(When I say committed, I mean all the departments in your company from top to bottom. You can’t say you’re committed to it just because you have an Android team. The whole company needs to acknowledge that it’s a priority.)

Ok, but I still don’t get why it’s hard to find Android developers.
Well, try to think from a developer’s perspective. Android developers don’t find it very attractive to join a company where Android will be always the 2nd choice. That’s very frustrating.

And as for developers who are approaching the mobile market for the first time, which platform do you think they’ll choose? They see all of your apps being introduced on iOS first, they see that the Android version is not as good as the iOS one, and they see you complaining about the Android market.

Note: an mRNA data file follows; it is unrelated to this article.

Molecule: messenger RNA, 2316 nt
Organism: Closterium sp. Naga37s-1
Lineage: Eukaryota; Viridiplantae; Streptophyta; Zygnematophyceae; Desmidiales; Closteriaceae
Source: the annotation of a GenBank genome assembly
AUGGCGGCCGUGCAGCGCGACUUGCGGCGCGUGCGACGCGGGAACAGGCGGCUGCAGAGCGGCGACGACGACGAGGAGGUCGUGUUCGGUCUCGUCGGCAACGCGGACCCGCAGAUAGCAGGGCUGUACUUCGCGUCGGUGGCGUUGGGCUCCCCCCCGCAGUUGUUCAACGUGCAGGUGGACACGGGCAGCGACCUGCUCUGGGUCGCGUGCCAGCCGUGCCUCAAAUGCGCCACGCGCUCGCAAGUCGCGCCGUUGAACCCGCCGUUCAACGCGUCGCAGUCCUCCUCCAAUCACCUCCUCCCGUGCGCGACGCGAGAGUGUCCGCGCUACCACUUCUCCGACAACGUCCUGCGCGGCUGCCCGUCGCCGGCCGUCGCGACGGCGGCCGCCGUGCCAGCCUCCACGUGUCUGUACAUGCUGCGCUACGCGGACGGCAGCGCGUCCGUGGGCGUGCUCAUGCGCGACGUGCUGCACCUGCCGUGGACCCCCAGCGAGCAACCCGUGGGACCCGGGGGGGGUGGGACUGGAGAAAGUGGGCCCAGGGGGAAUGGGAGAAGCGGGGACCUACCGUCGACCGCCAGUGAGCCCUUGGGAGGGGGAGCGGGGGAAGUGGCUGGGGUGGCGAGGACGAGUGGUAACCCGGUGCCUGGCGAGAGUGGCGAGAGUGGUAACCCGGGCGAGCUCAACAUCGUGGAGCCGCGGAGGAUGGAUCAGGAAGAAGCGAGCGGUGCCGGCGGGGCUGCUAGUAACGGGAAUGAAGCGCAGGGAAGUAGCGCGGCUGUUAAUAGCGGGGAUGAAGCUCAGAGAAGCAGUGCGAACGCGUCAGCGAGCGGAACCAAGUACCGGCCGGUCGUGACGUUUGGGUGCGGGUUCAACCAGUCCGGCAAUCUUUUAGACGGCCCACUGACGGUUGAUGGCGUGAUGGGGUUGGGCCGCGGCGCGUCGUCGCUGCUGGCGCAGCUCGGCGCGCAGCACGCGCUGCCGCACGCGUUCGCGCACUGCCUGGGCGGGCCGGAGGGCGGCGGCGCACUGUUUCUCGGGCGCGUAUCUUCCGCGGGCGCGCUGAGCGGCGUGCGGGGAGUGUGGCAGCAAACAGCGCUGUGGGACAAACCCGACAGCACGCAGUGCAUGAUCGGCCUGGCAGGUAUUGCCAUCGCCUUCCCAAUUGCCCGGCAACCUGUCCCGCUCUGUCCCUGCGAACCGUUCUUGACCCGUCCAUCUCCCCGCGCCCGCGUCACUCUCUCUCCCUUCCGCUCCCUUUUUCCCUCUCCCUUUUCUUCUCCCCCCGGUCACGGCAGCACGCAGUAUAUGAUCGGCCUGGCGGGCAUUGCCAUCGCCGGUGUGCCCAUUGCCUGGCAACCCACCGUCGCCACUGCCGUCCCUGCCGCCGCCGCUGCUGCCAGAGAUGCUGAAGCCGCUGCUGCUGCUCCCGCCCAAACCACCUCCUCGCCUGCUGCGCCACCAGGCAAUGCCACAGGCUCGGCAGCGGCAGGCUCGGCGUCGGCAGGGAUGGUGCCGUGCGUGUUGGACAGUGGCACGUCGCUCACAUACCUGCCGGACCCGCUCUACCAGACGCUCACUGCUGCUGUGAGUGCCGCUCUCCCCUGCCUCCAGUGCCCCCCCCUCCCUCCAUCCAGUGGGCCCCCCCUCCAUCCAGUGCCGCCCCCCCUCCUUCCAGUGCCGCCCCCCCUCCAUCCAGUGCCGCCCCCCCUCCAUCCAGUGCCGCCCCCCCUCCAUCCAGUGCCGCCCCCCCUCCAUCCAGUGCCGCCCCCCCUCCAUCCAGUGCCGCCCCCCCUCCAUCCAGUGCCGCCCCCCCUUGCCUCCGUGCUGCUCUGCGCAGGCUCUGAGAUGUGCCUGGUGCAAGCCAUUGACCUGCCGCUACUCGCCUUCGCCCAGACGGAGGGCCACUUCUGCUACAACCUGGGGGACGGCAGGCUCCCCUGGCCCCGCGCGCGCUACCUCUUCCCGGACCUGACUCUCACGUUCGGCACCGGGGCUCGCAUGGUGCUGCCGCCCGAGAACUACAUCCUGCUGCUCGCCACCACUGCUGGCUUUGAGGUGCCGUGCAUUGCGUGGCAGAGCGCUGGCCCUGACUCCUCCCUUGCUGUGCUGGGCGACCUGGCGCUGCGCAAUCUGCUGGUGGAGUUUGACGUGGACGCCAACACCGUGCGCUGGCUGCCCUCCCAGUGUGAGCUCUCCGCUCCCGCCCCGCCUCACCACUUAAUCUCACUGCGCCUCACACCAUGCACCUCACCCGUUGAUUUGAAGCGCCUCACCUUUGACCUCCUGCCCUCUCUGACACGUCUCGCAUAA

So, why should they choose Android? And why should they choose your company if they do?

Here are some suggestions for ways that you can help:

  • Switch to Android (temporarily, if you want). Get to know the platform. Understand why some people prefer it. Read some articles about purchasing habits of the users. Understand the differences between ios and android. Etc.
  • Commit to Android as a platform. Talk openly at your company (and externally) about the market share, the benefits of the platform, and think about ways it can help your product – so that when an Android developer does join, he or she has some interesting projects to work on.
  • Offer a signing bonus to developers who switch to Android for your company.